Both Complainant(s) and Respondent(s) will be notified at or near the same time when the decision is made, in writing.
F. Standard of Proof
The Review Officers will make a decision regarding the alleged violation(s) based on the Preponderance of Evidence standard. This standard requires that the information supporting a finding of responsible be more convincing than the information in opposition to it. Under this standard, individuals are presumed not to have engaged in a policy violation of sexual misconduct unless it is “more likely than not” based on the information provided, that a violation did occur.
G. Timeline of Process
A Title IX Investigation should normally be completed within 60 calendar days after the University has notification of the complaint. If the timeline is extended for any reasonable reason, the SRR Office will communicate with all affected parties.
H. Normative Sanctioning
In this context, the operational definition for normative sanctioning is grounded in the framing provided by the learning organization literature. Normative sanctioning is a source of organizational influence utilized to communicate and to uphold in clear ways the values of the community. At PLU, normative sanctions serve to communicate expectations about community standards for behavior and the seriousness with which PLU takes issues of sexual misconduct, including sexual assault. Because normative sanctions are situated within the community, they do take into account case specific variables which may affect individuals and the whole and should not be viewed as absolute.
The university process is educational in nature, and is different from, but may occur at the same time as, a civil or criminal legal process. In the educational context, the university is making a determination as to whether the Respondent violated university policy, and not whether the Respondent is “guilty” or “innocent.” In making this determination, the university uses a “preponderance of evidence” (or more likely than not) standard. If a Respondent is found responsible for a violation of the sexual misconduct policy, the University will initiate a sanctioning process designed to eliminate the misconduct, prevent its reoccurrence, and remedy its effects on the complainant and the community. Sanctions also are designed to facilitate safety for individuals and the community and to deter individuals from participating in similar future behavior. This approach to sanctioning aligns with the Pacific Lutheran University educational mission and its focus on care and fulfills the University’s Title IX obligations.
Just as there is a range of behaviors that violate this policy (e.g. sexual and gender-based harassment, sexual and gender-based stalking, interpersonal violence – including dating and domestic partner violence, non-consensual sexual contact, and non-consensual sexual intercourse), there is a range of sanctions that may be imposed. General categories of sanctions include educational intervention, evaluation and/or treatment, warning, probation, suspension, and expulsion from the university.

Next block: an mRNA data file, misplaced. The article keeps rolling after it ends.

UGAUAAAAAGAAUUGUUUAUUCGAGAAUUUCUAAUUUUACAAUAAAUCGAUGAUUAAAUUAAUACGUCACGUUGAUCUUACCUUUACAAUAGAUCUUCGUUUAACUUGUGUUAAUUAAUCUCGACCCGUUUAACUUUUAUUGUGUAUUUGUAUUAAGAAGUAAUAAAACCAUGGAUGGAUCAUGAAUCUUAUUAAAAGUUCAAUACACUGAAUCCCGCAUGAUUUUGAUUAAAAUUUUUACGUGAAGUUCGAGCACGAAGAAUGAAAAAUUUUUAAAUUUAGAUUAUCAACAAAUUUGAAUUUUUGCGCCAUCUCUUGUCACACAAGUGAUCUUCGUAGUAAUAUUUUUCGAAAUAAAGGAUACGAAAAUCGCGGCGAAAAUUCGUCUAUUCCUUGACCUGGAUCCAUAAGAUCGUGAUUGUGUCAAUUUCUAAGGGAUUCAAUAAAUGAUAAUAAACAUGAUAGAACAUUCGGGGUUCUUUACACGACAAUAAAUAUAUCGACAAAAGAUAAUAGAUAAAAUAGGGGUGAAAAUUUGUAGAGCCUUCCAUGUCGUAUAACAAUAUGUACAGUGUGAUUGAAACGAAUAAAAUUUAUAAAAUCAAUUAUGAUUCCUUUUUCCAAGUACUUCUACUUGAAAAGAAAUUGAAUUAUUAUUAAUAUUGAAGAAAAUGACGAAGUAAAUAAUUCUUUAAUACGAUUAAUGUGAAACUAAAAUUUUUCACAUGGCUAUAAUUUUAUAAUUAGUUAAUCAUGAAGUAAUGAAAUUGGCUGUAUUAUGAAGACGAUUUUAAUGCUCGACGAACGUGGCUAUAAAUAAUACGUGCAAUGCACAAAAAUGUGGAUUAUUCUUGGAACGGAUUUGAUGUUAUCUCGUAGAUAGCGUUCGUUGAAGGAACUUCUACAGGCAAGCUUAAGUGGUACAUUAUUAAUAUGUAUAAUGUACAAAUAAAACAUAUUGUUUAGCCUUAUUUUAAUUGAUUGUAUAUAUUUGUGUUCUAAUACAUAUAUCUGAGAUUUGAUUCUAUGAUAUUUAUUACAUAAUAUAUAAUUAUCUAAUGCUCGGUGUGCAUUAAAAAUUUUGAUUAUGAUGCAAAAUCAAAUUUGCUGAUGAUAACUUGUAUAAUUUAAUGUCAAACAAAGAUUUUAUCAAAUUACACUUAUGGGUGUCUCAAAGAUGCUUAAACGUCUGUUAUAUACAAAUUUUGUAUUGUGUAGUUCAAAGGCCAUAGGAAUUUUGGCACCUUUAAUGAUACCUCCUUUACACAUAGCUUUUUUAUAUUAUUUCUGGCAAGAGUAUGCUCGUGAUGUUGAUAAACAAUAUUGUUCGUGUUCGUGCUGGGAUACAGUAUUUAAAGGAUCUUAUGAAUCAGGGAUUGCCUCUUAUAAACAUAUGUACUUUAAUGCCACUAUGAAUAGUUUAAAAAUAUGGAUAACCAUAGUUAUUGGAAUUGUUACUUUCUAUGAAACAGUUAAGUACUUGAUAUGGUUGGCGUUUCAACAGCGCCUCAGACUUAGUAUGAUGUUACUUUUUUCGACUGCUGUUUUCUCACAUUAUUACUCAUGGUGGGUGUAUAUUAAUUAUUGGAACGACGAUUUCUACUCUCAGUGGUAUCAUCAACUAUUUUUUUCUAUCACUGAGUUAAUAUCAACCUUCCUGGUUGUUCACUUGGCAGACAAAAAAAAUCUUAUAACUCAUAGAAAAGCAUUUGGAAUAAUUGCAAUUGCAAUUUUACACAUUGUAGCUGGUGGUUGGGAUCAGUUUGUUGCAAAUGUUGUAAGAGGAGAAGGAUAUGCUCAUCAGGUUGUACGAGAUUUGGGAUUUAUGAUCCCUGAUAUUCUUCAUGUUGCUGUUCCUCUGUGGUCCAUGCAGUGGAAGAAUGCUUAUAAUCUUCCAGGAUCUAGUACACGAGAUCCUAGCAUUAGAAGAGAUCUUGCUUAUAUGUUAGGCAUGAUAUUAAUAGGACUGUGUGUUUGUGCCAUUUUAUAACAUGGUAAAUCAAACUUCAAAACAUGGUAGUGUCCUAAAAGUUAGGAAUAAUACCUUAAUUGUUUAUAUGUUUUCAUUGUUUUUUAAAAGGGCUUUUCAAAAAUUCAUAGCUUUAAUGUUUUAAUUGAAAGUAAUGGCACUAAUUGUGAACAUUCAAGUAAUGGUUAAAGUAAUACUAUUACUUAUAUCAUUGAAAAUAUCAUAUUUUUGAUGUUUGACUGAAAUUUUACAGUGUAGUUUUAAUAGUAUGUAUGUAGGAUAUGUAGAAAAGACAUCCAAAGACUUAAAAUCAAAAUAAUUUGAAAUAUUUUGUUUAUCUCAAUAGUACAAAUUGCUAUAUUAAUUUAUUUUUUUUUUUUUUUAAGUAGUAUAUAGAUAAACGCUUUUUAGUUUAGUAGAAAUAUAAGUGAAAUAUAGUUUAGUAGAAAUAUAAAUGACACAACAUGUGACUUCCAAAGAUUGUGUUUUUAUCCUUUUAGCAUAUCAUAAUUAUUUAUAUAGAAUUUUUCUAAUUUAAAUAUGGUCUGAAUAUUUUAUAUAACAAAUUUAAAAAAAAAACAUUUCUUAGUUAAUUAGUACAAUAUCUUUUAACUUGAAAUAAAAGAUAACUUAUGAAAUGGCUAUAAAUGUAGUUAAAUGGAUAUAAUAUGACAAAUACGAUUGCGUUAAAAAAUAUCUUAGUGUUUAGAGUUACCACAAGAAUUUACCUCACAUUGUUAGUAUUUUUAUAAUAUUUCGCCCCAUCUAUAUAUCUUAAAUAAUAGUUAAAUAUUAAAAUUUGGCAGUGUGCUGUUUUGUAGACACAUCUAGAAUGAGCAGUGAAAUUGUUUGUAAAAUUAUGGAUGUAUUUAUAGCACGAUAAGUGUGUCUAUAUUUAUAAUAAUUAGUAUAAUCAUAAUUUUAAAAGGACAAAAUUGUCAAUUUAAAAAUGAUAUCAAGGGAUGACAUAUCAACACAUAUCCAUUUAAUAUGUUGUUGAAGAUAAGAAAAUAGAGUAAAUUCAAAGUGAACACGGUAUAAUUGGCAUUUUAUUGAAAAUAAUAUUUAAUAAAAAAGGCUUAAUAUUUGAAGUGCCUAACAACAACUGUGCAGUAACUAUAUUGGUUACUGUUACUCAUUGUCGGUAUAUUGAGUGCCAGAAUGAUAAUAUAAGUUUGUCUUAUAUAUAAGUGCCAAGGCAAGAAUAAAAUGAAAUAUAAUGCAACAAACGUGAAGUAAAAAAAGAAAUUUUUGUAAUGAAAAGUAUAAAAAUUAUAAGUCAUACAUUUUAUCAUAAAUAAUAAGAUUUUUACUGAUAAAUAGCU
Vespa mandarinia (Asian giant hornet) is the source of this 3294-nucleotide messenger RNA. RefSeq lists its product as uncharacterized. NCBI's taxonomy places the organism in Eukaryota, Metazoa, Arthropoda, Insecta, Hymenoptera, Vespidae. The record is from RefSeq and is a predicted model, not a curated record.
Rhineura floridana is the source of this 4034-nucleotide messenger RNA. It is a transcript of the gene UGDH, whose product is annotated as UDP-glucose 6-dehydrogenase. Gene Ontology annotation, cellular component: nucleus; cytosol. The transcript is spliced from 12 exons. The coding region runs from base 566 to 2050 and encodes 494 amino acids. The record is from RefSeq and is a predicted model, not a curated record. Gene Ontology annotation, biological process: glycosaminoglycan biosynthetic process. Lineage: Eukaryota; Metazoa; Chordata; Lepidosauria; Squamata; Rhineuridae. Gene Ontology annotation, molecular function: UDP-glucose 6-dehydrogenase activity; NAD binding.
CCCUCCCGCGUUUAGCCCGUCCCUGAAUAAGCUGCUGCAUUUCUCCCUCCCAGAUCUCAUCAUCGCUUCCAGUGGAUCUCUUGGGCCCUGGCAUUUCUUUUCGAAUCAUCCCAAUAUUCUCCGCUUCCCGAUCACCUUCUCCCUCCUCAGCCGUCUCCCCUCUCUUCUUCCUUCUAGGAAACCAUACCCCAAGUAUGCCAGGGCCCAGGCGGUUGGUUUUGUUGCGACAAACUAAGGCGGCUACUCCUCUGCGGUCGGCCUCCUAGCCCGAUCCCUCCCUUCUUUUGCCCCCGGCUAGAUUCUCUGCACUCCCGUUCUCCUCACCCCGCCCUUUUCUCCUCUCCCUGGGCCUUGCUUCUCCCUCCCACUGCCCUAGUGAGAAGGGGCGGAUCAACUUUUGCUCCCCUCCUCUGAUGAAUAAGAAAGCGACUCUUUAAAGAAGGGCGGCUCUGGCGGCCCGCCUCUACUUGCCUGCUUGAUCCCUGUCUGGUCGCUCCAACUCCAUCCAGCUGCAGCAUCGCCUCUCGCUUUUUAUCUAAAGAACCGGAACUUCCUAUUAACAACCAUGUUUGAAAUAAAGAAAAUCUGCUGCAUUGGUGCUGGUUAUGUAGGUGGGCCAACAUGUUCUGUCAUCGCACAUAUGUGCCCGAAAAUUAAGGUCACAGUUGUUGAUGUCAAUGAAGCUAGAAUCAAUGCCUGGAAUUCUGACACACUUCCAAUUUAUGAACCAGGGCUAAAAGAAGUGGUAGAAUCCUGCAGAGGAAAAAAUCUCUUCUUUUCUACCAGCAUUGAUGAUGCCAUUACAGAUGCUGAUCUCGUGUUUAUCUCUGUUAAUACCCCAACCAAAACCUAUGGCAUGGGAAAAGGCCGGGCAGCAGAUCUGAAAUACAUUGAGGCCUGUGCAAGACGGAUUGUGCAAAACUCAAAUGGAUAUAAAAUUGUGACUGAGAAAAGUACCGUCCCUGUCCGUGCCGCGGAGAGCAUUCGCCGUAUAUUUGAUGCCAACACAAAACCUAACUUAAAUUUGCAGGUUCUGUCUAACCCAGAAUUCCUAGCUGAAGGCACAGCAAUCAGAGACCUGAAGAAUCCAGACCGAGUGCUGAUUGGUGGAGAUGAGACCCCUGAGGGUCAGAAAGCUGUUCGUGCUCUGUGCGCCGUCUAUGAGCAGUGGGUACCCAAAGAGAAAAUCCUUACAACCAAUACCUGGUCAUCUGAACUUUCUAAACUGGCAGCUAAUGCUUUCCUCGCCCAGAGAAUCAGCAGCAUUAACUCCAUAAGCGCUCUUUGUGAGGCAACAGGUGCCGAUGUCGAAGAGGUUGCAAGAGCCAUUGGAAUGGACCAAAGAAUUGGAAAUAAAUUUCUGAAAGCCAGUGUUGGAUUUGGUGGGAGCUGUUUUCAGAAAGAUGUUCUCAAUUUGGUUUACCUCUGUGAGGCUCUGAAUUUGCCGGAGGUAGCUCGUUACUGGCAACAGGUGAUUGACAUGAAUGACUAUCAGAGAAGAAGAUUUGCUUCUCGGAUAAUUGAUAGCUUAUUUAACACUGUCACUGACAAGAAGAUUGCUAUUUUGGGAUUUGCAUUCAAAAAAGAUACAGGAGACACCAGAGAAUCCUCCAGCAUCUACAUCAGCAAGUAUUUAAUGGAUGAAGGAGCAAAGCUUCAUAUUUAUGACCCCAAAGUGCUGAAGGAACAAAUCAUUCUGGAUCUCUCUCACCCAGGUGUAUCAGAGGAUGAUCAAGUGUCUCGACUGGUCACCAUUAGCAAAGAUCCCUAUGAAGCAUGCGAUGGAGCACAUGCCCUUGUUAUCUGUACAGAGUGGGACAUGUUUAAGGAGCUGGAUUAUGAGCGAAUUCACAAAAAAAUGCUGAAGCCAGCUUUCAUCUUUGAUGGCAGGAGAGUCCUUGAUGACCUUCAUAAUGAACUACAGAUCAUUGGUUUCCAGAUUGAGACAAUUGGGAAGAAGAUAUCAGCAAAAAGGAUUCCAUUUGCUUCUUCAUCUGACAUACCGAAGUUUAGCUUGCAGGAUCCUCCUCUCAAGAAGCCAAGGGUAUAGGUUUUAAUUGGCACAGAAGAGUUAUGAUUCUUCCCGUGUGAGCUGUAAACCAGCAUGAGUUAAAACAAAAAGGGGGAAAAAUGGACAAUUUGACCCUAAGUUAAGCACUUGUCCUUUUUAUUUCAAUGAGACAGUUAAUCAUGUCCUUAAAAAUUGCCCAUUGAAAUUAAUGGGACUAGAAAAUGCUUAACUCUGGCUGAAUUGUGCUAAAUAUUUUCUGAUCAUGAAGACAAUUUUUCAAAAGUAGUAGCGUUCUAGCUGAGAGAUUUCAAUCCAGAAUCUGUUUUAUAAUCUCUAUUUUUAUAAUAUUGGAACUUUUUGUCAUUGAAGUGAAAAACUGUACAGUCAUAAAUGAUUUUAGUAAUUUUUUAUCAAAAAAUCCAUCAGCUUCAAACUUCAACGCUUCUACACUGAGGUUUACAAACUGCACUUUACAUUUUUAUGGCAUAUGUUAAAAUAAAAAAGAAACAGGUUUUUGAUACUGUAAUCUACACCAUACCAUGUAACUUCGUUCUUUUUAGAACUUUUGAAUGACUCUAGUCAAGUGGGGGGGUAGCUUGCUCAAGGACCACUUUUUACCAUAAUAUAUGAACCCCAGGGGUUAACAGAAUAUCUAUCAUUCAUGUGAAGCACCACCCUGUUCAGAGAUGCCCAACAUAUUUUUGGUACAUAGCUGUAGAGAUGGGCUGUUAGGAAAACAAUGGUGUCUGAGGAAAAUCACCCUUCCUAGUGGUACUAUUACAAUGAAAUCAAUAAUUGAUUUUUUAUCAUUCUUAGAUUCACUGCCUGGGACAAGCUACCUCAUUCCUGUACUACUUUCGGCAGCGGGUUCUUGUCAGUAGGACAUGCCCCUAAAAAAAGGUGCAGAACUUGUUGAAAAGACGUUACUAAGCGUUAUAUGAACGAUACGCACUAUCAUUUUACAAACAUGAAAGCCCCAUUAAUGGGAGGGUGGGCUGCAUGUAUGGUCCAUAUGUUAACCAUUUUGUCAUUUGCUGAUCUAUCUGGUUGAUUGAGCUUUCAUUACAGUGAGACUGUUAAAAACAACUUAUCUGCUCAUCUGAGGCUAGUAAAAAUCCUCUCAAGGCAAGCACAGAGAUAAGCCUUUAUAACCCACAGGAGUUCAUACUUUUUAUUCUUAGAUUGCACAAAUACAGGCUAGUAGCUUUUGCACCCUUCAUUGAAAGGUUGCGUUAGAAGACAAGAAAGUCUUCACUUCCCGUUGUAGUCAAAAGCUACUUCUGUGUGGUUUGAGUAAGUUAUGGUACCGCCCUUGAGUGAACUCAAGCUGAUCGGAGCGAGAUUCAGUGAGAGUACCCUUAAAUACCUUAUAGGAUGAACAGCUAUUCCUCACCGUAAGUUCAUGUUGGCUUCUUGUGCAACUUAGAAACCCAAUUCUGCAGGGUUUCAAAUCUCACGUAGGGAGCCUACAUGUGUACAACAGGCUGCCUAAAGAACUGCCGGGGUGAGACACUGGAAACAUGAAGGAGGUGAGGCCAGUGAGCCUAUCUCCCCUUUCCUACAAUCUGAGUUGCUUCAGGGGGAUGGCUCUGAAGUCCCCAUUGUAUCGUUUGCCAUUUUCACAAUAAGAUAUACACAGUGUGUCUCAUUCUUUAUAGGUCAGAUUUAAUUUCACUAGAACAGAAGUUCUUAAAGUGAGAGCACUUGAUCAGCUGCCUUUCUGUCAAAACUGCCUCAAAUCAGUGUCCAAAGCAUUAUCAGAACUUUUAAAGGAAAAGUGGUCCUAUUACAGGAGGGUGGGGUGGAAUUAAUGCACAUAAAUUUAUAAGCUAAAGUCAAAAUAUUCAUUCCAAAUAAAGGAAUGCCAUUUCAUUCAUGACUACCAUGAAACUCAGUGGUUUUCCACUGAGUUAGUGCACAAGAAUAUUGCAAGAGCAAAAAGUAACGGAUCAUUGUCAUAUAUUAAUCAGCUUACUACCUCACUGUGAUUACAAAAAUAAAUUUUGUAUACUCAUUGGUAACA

The variables affecting each case are unique and inform the determination of sanctions when a Respondent(s) is found responsible. Factors that may influence the severity of sanctions include, but are not limited to: use of force or coercion; use of alcohol or other drugs, active communication regarding consent throughout the interaction, supporting evidence, corroboration of evidence, and impact on community.
The following represent guidelines for sanctions in cases where a student has been found responsible for sexual misconduct. These guidelines demonstrate the seriousness with which Pacific Lutheran University considers and responds to issues of gender-based violence and sexual misconduct.
Sanctioning Guidelines When a Respondent Has Been Found Responsible
When a Respondent is found responsible for a sexual misconduct violation, the following questions will guide the assignment of sanctions that are aligned in consequence to each infraction.
Question 1: Was there a sexual misconduct violation?
- If yes, possibility of a minimum of 1 calendar year1 suspension*.
Question 2: Was there physical and/or sexual contact?
- If yes, possibility of a minimum of suspension until Complainant graduates.
Question 3: Was there penetration of any form?
- If yes, possibility of expulsion**.
1 Example: January 2018-January 2019, with reentry date of Spring 2019 semester.
*Suspension is defined at PLU as the separation of the student from the university for a specified minimum period of time, with conditions imposed for the student’s reinstatement to PLU. Suspended students are not in Good Standing with respect to the Office of Student Rights and Responsibilities, and will not return in Good Standing with respect to the Office of Student Rights and Responsibilities until they have met the conditions of their suspension.